The European Investment Bank announced a huge €15M (USD$17M) loan to Ultimaker; this should enable many things to happen.
The European Investment Bank (EIB) is a “long-term lending institution of the European Union owned by its Member States”, whose purpose is to provide long term financing of companies to “contribute towards EU policy goals”.
The loan to 3D printer manufacturer Ultimaker enables the company to expand. In particular, the EIB explains that Ultimaker will grow their R&D operations:
The loan will support the expansion of Ultimaker’s research and development facility in Geldermalsen, The Netherlands, as well as the development of new products already in the pipeline. The operation will enable the company to further expand its business in international markets.
But there’s more. Ultimaker simultaneously announced they’re donating 50 Ultimaker 2+ desktop 3D printers to schools across Europe as part of their “Pioneer Program”.
The Pioneer Program involves introducing 3D printing technologies to K-12 and higher education students in North America. The EIB investment suggests they’re expanding the program to Europe.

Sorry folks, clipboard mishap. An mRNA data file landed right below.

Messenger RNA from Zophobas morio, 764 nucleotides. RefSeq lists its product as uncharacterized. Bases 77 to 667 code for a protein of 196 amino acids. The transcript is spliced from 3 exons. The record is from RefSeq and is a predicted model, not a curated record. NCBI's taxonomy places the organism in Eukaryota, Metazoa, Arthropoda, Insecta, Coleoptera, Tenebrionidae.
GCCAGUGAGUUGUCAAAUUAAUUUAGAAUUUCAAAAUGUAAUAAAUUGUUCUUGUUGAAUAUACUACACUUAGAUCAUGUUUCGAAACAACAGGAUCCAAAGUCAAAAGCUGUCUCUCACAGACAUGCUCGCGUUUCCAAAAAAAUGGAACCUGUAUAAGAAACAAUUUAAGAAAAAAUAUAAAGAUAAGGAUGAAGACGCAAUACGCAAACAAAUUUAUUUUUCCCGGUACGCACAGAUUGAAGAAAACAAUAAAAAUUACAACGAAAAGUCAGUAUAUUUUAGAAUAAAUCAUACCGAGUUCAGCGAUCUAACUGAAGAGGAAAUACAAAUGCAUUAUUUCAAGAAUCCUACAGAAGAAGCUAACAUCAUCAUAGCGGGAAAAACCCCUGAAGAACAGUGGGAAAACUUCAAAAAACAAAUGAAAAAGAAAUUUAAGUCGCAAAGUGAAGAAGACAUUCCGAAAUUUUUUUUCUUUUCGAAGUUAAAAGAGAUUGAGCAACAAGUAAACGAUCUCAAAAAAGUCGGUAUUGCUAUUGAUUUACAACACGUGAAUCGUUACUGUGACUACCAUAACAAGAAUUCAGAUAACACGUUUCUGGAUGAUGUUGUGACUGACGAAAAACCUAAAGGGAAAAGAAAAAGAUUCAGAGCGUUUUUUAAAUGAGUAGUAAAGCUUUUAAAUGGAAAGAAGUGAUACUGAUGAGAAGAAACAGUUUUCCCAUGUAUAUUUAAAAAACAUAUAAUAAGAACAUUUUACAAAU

Ultimaker’s efforts in the educational market have been well received, and I can say that in my travels to schools and universities, one of the most frequently observed 3D printer vendors is indeed Ultimaker. This announcement will make that even more true.
But what’s more interesting is the R&D announcement. In the past two years, Ultimaker has not significantly changed their technology, focusing instead on developing the market and transitioning from primarily a prosumer company to one more fully addressing industry, government and education markets.
Finally, it's extremely interesting that a bank would provide a 3D printer company a sizable loan. In most cases, high-tech startup companies must pursue financing from professional investors, venture capital firms and such, as banks would be conservative and shy away from the unknowns of technology. Evidently the thinking has shifted and Ultimaker, at least in this situation, is being treated like a "normal" company by this bank.
With this investment in R&D, could we see a new kind of Ultimaker machine emerge in the coming year? Time will tell.